Inflation remained a critical issue in the larger economy in April, and while the pace of inflation growth moderated somewhat in April, the Consumer Price Index (CPI), still rose by 0.3% from March, and remains a significant 8.3% higher than April 2021. Although gas prices declined modestly in April, they have already rebounded, and energy prices and the cost of food and groceries have also continued to trend upward. In addition, the measure of core inflation, which excludes food and energy prices, increased by 0.6% in April, largely due to an increase in costs for services. Because of these ongoing inflation issues, the Federal Reserve raised the target rate for federal funds by half of a percentage point during their meeting the first week of May, the largest increase in 22 years. And it looks likely that there will be another increase by the same amount following their next meeting in mid-June.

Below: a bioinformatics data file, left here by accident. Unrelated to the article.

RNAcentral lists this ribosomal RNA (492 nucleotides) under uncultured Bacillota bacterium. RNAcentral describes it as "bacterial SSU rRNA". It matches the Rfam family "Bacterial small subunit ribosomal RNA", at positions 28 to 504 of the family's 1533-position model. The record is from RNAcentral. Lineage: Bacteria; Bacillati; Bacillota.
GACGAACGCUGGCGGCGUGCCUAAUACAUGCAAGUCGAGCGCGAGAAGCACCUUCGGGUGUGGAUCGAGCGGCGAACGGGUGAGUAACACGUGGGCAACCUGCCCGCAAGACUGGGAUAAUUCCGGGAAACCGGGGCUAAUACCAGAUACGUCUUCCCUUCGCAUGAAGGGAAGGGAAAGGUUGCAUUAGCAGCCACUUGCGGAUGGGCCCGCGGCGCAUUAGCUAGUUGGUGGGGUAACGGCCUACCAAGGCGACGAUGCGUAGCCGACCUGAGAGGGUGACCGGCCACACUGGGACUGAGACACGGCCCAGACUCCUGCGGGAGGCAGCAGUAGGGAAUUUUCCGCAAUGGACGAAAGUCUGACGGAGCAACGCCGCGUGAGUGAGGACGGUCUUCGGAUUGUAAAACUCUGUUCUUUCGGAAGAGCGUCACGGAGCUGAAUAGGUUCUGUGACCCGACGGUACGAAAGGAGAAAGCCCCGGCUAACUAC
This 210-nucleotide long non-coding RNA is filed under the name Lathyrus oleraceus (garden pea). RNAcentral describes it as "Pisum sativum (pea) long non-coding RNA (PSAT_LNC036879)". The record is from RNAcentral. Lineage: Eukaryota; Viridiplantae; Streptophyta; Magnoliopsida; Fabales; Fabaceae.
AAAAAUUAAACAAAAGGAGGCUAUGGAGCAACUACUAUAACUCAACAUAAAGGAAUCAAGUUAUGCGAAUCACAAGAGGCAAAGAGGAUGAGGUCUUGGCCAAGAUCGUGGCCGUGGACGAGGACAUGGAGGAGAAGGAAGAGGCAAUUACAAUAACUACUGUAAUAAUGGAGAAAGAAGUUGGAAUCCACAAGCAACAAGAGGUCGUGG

National employment continued to increase in April, with nonfarm payrolls adding 428,000 new positions. The largest gains were seen in the leisure/hospitality, manufacturing, transportation, and warehousing sectors. Architectural services employment continued to grow as well, with 700 new positions added in March, the most recent data available. A total of 1,500 new jobs have now been added to the pre-pandemic peak for the industry, although at 200,300 employees, the industry remains 8% below all-time high-water mark of 217,800 employees prior to the Great Recession.
Rising costs of running a firm continue to be a concern